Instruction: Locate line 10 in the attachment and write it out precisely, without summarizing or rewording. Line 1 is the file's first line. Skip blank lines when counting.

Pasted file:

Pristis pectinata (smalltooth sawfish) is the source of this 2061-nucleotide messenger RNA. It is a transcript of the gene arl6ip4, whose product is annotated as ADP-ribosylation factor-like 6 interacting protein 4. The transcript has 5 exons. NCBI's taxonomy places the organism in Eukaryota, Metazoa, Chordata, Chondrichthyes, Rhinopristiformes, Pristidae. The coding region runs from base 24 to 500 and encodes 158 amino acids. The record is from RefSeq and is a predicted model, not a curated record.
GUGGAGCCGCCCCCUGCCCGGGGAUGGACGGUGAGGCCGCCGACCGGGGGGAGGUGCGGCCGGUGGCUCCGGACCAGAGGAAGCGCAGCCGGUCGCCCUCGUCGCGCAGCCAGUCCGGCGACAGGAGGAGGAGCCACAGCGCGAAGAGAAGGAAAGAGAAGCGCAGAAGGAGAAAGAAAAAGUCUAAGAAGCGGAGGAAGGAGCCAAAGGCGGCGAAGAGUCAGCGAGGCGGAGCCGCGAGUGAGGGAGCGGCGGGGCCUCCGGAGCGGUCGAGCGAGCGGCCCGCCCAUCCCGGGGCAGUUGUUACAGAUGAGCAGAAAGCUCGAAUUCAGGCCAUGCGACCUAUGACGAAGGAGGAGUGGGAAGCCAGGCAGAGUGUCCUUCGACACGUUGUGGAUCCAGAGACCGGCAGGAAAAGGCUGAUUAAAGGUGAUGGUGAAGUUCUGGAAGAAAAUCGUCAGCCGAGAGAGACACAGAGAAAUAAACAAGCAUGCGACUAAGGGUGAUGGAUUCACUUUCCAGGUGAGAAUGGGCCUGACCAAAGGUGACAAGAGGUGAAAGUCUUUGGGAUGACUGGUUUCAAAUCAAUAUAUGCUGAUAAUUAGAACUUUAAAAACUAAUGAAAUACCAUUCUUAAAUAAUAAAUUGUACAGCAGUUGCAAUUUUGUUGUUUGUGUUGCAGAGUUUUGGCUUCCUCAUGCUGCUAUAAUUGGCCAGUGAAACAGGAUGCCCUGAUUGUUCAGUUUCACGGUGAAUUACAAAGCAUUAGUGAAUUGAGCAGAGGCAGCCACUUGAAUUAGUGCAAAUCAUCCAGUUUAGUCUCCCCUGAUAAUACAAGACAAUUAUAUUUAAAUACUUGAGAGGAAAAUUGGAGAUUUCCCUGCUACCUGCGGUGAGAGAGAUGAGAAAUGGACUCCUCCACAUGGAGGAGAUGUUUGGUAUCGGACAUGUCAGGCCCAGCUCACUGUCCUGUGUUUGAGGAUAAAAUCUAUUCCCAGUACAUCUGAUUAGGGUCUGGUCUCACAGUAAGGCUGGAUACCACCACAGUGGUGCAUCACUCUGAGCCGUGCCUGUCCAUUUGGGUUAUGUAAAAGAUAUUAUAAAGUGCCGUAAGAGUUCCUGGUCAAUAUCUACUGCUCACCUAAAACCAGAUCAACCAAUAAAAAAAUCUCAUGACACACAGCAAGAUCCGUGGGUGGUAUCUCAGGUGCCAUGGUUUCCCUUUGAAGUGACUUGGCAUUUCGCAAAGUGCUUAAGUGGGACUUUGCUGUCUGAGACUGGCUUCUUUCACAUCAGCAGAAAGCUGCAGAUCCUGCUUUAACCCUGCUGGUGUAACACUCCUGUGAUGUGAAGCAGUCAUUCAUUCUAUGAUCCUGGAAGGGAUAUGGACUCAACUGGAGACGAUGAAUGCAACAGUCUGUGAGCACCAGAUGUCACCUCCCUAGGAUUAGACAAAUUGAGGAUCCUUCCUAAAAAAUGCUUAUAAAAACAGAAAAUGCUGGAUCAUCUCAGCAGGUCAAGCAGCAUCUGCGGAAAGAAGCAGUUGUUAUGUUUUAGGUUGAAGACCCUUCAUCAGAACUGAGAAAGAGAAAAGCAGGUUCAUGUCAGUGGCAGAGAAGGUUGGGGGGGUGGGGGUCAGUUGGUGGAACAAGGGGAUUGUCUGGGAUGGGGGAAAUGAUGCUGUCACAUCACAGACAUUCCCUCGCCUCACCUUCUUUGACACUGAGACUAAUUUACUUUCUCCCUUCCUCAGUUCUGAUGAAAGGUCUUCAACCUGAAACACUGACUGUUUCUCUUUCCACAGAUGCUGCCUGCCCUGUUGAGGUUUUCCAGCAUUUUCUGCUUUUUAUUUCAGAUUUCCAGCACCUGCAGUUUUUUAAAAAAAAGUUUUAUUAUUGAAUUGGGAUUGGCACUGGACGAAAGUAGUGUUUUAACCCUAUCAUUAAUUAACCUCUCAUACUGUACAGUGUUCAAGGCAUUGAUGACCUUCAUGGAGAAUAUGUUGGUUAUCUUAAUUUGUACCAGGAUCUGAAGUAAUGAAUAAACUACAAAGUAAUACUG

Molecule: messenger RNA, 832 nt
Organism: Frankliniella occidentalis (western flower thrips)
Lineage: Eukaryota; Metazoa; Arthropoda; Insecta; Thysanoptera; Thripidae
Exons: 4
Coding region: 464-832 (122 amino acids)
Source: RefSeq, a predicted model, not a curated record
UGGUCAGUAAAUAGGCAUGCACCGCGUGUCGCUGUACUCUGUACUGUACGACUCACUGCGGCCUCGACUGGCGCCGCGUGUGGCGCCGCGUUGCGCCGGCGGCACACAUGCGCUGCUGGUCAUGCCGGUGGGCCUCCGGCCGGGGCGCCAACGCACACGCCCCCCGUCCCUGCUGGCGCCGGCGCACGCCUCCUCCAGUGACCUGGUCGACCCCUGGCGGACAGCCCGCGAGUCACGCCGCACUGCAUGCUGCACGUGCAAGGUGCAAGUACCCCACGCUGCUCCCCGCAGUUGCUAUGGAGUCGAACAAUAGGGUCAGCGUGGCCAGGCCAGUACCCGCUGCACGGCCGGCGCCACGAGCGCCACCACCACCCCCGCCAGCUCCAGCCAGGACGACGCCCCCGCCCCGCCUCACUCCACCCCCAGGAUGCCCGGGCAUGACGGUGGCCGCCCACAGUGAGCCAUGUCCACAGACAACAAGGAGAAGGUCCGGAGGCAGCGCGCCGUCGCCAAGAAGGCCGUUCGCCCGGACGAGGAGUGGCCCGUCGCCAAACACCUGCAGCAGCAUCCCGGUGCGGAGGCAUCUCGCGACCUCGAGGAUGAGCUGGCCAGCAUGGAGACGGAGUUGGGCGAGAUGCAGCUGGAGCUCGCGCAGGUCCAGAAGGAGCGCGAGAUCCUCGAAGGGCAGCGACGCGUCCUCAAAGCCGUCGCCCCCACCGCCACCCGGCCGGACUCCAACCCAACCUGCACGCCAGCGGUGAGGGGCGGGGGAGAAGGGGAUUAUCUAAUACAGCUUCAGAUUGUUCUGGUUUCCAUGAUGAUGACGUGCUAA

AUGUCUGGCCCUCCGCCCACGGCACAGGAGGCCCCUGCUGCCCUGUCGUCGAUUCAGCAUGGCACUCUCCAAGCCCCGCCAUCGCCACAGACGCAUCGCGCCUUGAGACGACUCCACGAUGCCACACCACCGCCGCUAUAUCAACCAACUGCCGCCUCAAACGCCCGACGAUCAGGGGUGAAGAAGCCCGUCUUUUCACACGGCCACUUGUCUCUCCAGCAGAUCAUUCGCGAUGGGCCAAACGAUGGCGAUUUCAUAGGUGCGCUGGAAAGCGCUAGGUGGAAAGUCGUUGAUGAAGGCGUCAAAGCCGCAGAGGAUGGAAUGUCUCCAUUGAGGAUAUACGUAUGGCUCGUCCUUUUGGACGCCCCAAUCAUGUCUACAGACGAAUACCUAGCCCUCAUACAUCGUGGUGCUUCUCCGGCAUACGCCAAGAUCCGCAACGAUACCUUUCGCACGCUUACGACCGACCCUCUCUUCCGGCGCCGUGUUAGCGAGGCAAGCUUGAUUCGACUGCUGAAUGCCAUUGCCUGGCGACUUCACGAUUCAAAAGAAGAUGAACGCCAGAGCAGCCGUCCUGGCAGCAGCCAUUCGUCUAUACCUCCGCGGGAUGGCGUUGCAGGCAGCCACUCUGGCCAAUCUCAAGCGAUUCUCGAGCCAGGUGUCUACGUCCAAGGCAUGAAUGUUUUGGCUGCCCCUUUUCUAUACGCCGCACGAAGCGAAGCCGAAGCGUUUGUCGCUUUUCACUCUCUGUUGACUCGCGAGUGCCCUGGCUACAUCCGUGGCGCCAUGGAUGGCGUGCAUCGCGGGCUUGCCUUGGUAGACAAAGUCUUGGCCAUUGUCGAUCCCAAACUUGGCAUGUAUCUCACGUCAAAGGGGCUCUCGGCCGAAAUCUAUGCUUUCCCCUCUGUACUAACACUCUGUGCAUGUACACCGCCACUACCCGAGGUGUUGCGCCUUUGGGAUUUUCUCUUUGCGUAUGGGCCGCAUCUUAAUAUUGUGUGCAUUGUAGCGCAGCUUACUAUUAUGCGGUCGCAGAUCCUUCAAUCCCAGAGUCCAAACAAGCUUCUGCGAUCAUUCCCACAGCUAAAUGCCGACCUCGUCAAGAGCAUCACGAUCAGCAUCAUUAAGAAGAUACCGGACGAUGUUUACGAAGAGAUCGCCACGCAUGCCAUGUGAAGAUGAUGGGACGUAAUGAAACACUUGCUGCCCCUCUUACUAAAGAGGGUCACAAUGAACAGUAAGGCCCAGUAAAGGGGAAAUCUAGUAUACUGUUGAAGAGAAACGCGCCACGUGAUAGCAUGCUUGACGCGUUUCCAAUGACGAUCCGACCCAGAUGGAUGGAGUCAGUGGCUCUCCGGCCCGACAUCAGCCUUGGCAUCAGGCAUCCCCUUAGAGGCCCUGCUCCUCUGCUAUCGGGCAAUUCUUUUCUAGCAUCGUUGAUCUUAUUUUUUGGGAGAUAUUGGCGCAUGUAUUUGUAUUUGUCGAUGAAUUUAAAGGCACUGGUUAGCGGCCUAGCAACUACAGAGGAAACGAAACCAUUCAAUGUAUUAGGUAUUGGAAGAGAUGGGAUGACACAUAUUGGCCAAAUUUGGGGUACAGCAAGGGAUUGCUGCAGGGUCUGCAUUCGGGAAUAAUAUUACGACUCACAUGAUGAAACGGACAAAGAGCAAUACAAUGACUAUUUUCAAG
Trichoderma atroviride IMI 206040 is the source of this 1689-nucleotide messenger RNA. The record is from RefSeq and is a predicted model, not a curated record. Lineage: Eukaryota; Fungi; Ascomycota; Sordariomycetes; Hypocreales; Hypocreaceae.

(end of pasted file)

AUGUCUGGCCCUCCGCCCACGGCACAGGAGGCCCCUGCUGCCCUGUCGUCGAUUCAGCAUGGCACUCUCCAAGCCCCGCCAUCGCCACAGACGCAUCGCGCCUUGAGACGACUCCACGAUGCCACACCACCGCCGCUAUAUCAACCAACUGCCGCCUCAAACGCCCGACGAUCAGGGGUGAAGAAGCCCGUCUUUUCACACGGCCACUUGUCUCUCCAGCAGAUCAUUCGCGAUGGGCCAAACGAUGGCGAUUUCAUAGGUGCGCUGGAAAGCGCUAGGUGGAAAGUCGUUGAUGAAGGCGUCAAAGCCGCAGAGGAUGGAAUGUCUCCAUUGAGGAUAUACGUAUGGCUCGUCCUUUUGGACGCCCCAAUCAUGUCUACAGACGAAUACCUAGCCCUCAUACAUCGUGGUGCUUCUCCGGCAUACGCCAAGAUCCGCAACGAUACCUUUCGCACGCUUACGACCGACCCUCUCUUCCGGCGCCGUGUUAGCGAGGCAAGCUUGAUUCGACUGCUGAAUGCCAUUGCCUGGCGACUUCACGAUUCAAAAGAAGAUGAACGCCAGAGCAGCCGUCCUGGCAGCAGCCAUUCGUCUAUACCUCCGCGGGAUGGCGUUGCAGGCAGCCACUCUGGCCAAUCUCAAGCGAUUCUCGAGCCAGGUGUCUACGUCCAAGGCAUGAAUGUUUUGGCUGCCCCUUUUCUAUACGCCGCACGAAGCGAAGCCGAAGCGUUUGUCGCUUUUCACUCUCUGUUGACUCGCGAGUGCCCUGGCUACAUCCGUGGCGCCAUGGAUGGCGUGCAUCGCGGGCUUGCCUUGGUAGACAAAGUCUUGGCCAUUGUCGAUCCCAAACUUGGCAUGUAUCUCACGUCAAAGGGGCUCUCGGCCGAAAUCUAUGCUUUCCCCUCUGUACUAACACUCUGUGCAUGUACACCGCCACUACCCGAGGUGUUGCGCCUUUGGGAUUUUCUCUUUGCGUAUGGGCCGCAUCUUAAUAUUGUGUGCAUUGUAGCGCAGCUUACUAUUAUGCGGUCGCAGAUCCUUCAAUCCCAGAGUCCAAACAAGCUUCUGCGAUCAUUCCCACAGCUAAAUGCCGACCUCGUCAAGAGCAUCACGAUCAGCAUCAUUAAGAAGAUACCGGACGAUGUUUACGAAGAGAUCGCCACGCAUGCCAUGUGAAGAUGAUGGGACGUAAUGAAACACUUGCUGCCCCUCUUACUAAAGAGGGUCACAAUGAACAGUAAGGCCCAGUAAAGGGGAAAUCUAGUAUACUGUUGAAGAGAAACGCGCCACGUGAUAGCAUGCUUGACGCGUUUCCAAUGACGAUCCGACCCAGAUGGAUGGAGUCAGUGGCUCUCCGGCCCGACAUCAGCCUUGGCAUCAGGCAUCCCCUUAGAGGCCCUGCUCCUCUGCUAUCGGGCAAUUCUUUUCUAGCAUCGUUGAUCUUAUUUUUUGGGAGAUAUUGGCGCAUGUAUUUGUAUUUGUCGAUGAAUUUAAAGGCACUGGUUAGCGGCCUAGCAACUACAGAGGAAACGAAACCAUUCAAUGUAUUAGGUAUUGGAAGAGAUGGGAUGACACAUAUUGGCCAAAUUUGGGGUACAGCAAGGGAUUGCUGCAGGGUCUGCAUUCGGGAAUAAUAUUACGACUCACAUGAUGAAACGGACAAAGAGCAAUACAAUGACUAUUUUCAAG